In eighth grade, I got tipsy for the first time on cherry Kool-Aid and tequila. I have not had tequila since then.
In ninth grade, procrastination got the better of me and the night before a major research project on an assigned Native American tribe was due, I still had not completed the assignment. This was before information on the Internet was readily available, and we didn’t even own a home computer at the time, anyway. So, I stretched a filament of truth out to the nth degree and pulled a Native American tribe right out of my ass. It is complete truth that my great-great-grandmother’s name was Florida and she was half Cherokee. The tribe I created was the Sesquehara, and we were descendants. In my oral presentation, I explained that the tribe was small to begin with and eventually merged with the Cherokee, which explained why there wasn’t a lot of documented information that could be found on the tribe. Most of the history that remained of the Sesqueharans was passed down orally, and my mother told me the story just as her mother told her and so on. I was so very elaborate, going on to explain that unlike other Native American tribes, the Sesqueharans were a matrilineal society, in which the women were the tribal elders. Tribal religion centered around creation and “Mother Earth,” which is why women were placed higher in status than men. Family names were passed on by first born daughters. Truth – my first name is Soncera, which means “Morning Star.” Lie – I explained that my mother’s middle name is Soncera as was my grandmother’s and great-grandmother’s, and so on. Truth – my mom named me after a young Native American medicine woman in old John Wayne western. I also explained that the marking of time was told by monitoring a girl’s monthly cycle. This young woman held the honored position of Keeper of Time until she was married. At that time, another girl with cycles similar to hers would be given the honor of Keeper of Time. My teacher was so rapt with awe that when I was finished, she raved on and on about how very interesting everything was. I even got ten points extra credit for being so detailed and for thinking outside the box. If only she knew how far outside the box….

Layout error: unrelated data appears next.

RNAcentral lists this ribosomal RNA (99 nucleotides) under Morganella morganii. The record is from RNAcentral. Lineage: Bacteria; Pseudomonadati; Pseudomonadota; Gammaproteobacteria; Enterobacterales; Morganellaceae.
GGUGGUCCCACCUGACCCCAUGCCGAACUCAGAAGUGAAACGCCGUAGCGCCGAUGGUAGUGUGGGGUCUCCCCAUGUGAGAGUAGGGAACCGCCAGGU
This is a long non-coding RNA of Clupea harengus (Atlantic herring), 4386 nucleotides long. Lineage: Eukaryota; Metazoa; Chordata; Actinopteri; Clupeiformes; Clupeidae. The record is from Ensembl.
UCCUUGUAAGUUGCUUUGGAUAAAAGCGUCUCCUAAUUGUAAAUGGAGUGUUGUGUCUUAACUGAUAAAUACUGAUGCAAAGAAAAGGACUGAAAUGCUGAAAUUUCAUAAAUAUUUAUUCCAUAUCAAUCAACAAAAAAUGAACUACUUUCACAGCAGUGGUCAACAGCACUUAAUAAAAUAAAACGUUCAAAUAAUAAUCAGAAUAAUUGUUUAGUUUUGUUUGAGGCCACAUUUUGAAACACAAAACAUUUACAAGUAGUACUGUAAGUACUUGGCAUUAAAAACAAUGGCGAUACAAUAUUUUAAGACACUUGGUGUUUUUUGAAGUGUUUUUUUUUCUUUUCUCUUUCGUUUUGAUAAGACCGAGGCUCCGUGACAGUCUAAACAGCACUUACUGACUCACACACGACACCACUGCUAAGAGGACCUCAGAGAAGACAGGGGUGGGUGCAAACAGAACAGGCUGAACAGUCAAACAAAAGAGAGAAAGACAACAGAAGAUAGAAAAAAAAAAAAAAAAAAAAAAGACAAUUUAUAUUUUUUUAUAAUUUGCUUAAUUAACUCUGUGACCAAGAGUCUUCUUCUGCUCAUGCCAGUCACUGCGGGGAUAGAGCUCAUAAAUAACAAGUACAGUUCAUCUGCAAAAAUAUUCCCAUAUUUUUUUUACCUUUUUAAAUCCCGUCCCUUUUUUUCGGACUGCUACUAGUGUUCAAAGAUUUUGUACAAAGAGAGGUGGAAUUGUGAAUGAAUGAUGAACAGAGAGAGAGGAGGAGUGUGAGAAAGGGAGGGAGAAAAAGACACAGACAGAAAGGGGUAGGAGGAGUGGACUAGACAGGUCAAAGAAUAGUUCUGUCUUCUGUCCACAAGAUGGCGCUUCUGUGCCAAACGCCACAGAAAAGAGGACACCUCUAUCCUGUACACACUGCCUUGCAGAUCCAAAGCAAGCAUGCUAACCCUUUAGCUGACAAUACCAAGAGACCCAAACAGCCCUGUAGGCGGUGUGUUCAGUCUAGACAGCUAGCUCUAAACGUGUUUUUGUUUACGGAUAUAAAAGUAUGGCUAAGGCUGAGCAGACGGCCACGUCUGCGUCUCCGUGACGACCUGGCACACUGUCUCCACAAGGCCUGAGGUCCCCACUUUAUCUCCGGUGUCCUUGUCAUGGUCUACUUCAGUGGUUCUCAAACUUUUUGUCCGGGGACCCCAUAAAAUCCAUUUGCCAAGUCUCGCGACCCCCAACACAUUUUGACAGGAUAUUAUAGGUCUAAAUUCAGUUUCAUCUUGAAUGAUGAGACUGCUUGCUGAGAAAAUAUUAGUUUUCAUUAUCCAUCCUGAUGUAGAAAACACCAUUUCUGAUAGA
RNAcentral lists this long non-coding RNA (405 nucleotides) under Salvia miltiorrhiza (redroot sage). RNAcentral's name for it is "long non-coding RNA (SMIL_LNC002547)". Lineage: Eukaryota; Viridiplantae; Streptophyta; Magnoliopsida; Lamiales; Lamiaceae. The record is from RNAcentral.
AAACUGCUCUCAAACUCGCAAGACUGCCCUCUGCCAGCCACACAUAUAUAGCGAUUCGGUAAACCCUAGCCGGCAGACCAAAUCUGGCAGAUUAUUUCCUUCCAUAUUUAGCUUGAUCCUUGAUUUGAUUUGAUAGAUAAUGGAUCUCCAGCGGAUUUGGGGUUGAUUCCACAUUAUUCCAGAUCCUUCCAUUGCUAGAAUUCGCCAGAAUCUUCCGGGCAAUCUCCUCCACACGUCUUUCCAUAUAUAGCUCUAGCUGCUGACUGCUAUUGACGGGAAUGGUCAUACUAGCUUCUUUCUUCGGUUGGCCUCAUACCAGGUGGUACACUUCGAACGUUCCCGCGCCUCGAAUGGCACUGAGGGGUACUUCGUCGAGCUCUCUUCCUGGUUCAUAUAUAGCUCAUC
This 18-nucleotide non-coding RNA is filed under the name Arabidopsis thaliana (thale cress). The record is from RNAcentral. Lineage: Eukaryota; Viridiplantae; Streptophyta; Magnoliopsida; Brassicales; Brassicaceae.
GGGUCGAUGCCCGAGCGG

In tenth grade, I almost puked in a boy’s mouth when he kissed me. His breath smelled like cat litter. After that one kiss attempt, I made up lots of sorry excuses as to why I wouldn’t go on anymore dates with him. I don’t remember his name, but I still think of him as Scoop Away.
In eleventh grade, my sisters and I got off the bus only to find that we’d locked ourselves out. I was 16, Chanel was 12, and Danielle was 8. This was the umpteenth time that we’d forgotten our keys, so Dani, being the smallest, knew the drill; her job was to pop a screen out and climb through one of the bedroom windows to unlock and open the front door from the inside. On this particular day, just as Danielle was walking around to the back of the house, I found my key in a side pocket of my book bag. I instantly had the brilliant idea for Chanel and me to enter the house quietly and scare Dani as soon as she rounded the corner out of the hallway. We scared the piss out of her. Literally.
In twelfth grade, uuuhh…ditto fifth grade. I know; I suck.
Have a list of True Confessions a la Chunk? Leave a link in the comments, or I’ll make you stand on a rock and do the Truffle Shuffle.